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Briefing highlights

  • The Canadian dollar in 2037
  • Markets at a glance
  • U.S. consumer prices flat in November

Outlook for the loonie

If you’re still alive in 2037, the Canadian dollar could still be worth just 75 U.S. cents.

That forecast is among new long-term projections by Capital Economics, which doesn’t paint the brightest picture for Canada over the next 20 years, unless you happen to be a borrower or stock investor.

Capital Economics looked at three time frames: 2018-22, 2023-27 and 2028-37.

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It pegged the loonie at 75.2 U.S. cents by the end of each of those three periods, largely because of oil prices, to which the currency is traditionally tied.

“That may sound low to some people given that the exchange rate has averaged 83 cents in the past two decades,” senior Canada economist Stephen Brown said after the recent report was released.

“The logic is that the past 20 years have been a bit of an anomaly due to the rise of China, which boosted commodity prices, particularly oil,” he added.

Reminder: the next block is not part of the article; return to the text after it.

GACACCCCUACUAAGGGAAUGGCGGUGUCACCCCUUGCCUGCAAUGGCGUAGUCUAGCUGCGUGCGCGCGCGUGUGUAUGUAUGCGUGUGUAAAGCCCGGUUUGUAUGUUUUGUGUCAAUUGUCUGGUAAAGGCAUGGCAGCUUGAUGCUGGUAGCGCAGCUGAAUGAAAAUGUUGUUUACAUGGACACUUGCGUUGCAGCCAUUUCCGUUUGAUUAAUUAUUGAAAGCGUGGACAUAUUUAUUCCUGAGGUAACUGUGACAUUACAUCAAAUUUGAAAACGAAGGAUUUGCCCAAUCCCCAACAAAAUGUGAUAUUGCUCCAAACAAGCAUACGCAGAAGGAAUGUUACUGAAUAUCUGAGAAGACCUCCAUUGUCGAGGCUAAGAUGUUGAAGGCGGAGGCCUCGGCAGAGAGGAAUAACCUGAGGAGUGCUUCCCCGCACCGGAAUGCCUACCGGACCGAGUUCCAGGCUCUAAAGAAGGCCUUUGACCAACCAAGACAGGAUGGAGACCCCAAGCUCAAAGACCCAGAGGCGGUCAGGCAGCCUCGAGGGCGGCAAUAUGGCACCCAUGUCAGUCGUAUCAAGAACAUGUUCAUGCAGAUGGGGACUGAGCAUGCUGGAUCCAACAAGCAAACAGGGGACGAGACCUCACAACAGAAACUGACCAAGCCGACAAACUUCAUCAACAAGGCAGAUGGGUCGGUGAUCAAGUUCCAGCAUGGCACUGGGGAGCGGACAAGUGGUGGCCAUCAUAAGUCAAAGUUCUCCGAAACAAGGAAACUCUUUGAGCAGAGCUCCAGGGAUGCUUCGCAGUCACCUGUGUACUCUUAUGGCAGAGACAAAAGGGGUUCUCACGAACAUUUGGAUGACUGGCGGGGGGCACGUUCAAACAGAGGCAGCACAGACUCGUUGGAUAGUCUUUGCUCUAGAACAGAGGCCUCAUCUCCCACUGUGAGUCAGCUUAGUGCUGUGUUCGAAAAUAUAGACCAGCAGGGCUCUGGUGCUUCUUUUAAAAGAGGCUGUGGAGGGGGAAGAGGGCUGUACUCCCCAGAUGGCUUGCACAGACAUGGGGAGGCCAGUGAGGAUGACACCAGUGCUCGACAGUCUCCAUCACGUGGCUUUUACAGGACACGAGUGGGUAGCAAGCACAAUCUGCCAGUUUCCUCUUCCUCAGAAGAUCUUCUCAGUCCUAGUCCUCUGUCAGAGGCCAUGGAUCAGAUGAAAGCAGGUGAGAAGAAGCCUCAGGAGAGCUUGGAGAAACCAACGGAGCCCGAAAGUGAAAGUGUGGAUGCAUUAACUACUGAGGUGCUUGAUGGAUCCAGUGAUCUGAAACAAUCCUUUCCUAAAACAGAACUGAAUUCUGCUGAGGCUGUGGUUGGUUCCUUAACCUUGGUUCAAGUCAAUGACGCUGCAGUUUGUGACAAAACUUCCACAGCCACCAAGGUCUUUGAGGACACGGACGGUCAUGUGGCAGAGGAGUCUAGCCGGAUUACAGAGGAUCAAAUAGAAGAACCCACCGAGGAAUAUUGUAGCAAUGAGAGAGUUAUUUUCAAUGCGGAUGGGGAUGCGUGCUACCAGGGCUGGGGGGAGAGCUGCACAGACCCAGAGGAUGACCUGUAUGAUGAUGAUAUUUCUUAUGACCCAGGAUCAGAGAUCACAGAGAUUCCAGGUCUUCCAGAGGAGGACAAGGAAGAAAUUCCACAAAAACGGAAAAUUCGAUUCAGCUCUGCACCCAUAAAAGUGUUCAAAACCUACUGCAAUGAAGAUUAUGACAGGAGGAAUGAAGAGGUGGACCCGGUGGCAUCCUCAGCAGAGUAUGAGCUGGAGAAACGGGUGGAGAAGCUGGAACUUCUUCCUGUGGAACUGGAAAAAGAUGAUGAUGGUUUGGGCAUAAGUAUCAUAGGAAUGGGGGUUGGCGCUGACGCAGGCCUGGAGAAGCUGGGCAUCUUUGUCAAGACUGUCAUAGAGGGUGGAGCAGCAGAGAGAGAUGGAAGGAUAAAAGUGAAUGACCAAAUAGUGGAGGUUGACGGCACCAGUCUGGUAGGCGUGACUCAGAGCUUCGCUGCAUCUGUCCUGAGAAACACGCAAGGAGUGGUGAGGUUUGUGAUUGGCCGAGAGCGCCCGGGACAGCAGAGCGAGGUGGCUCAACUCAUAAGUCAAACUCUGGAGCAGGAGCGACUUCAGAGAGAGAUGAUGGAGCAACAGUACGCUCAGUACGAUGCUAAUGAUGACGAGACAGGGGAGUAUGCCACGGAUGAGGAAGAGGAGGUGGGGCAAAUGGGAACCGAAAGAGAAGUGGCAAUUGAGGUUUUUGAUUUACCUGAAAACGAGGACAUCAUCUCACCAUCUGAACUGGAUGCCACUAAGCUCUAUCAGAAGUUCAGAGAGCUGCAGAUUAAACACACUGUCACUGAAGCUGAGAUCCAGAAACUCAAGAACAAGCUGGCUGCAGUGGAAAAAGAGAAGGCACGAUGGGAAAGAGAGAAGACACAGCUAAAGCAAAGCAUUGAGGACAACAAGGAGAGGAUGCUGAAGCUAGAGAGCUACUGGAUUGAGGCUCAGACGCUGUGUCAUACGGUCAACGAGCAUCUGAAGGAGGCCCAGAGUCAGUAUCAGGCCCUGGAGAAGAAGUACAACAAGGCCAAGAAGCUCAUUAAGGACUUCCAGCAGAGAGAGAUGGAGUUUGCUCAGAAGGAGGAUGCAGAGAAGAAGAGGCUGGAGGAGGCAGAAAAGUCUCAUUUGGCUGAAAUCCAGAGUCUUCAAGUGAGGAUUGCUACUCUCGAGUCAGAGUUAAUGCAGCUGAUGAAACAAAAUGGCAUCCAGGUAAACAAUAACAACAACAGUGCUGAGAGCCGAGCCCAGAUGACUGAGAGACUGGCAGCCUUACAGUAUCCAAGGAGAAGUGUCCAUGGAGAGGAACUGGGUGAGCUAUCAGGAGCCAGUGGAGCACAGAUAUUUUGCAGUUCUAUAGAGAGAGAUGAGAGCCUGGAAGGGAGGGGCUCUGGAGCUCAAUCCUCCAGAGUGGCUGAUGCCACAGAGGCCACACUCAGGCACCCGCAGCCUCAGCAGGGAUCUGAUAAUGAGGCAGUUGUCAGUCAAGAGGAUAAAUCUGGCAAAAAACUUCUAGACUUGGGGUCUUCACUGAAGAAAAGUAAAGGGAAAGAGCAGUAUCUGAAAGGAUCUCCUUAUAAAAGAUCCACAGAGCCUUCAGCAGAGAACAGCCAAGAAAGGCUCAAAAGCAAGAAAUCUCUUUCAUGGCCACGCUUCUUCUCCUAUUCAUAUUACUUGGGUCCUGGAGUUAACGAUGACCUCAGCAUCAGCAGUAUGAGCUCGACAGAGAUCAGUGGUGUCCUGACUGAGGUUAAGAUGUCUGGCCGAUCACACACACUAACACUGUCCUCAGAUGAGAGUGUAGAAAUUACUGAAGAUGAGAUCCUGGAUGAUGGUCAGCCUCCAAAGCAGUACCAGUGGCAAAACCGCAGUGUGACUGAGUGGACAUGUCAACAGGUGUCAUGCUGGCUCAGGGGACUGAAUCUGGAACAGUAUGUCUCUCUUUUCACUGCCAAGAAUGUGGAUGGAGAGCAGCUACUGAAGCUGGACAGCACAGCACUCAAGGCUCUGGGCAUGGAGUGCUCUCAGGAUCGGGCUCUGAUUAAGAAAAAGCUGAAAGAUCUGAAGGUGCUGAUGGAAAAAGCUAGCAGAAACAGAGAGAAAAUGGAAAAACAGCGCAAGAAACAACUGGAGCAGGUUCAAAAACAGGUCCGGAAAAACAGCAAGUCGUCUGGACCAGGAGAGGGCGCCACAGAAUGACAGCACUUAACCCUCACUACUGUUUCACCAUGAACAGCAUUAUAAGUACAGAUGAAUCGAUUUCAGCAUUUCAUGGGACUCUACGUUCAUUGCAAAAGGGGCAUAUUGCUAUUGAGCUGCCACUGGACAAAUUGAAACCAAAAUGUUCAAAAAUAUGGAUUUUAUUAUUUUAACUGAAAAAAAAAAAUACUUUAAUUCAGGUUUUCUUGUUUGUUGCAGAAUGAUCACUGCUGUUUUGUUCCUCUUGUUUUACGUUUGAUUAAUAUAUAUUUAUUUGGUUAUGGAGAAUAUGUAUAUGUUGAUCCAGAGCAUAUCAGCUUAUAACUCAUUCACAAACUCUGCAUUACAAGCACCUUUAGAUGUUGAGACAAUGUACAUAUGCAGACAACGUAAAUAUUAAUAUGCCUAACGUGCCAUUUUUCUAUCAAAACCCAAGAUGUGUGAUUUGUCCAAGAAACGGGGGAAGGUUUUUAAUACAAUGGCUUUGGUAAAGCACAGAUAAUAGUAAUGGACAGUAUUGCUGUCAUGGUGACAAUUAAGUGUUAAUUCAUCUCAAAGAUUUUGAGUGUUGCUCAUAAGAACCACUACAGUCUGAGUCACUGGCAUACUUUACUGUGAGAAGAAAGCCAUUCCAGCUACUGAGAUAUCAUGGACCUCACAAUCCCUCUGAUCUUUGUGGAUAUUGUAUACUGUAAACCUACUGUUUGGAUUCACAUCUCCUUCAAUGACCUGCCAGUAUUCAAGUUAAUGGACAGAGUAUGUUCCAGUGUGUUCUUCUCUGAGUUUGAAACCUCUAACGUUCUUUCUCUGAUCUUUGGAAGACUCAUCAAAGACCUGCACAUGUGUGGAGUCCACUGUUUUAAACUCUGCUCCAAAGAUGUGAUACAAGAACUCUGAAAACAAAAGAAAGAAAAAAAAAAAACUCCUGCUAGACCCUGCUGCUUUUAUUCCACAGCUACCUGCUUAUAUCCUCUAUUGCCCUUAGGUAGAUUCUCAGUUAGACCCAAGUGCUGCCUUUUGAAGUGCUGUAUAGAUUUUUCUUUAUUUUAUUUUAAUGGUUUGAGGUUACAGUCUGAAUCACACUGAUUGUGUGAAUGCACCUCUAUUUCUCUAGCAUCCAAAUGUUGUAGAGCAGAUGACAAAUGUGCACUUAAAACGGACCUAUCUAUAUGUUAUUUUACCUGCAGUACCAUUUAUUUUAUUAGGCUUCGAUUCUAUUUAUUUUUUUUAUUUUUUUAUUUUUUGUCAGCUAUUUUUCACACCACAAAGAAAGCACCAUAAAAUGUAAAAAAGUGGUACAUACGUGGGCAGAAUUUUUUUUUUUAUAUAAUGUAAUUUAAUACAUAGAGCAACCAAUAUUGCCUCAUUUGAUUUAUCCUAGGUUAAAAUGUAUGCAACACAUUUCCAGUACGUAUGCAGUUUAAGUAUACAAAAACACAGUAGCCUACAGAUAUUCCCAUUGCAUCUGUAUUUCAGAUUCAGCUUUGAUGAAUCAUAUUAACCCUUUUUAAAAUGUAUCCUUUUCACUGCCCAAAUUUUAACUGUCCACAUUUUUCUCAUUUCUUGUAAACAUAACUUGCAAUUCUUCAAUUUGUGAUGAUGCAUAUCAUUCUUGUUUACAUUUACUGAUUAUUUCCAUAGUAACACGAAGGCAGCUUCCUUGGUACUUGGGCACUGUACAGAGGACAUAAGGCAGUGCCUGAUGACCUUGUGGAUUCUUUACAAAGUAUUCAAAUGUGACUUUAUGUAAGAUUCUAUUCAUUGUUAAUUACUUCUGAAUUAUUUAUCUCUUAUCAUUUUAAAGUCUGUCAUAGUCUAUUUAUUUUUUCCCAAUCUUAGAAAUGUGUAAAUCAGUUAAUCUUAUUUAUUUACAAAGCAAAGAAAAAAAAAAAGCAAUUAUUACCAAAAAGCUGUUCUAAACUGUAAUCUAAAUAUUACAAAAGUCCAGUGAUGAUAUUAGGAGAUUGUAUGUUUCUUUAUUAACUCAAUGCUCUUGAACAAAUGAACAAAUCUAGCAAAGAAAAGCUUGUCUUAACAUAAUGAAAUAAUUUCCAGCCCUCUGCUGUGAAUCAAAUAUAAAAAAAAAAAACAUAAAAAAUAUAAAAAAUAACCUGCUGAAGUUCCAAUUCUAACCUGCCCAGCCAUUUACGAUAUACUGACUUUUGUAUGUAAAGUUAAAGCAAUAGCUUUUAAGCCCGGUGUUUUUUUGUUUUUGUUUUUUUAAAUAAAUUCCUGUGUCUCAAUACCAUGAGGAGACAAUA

“Our forecast is, therefore, that oil prices will remain near their current levels in real terms (on average, at least), thereby preventing a meaningful appreciation in the loonie (again, on average).”

Among the other projections from Capital Economics:

1. Canada’s economy will expand during those three periods at an average pace of 1.8 per cent, 2 per cent and 1.9 per cent, respectively.

2. Unemployment will average 6.5 per cent throughout.

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3. Wage gains will perk up by 2.6, 3.2 and 3.4 per cent.

4. The Bank of Canada’s benchmark overnight rate will rise to 3 per cent in 2023-27, and hold there for the following decade.

5. Inflation will average 2 per cent throughout.

6. The S&P/TSX Composite Index will end 2018-22 at 17,813, 2023-27 at 25,204 and 2028-37 at 47,693.

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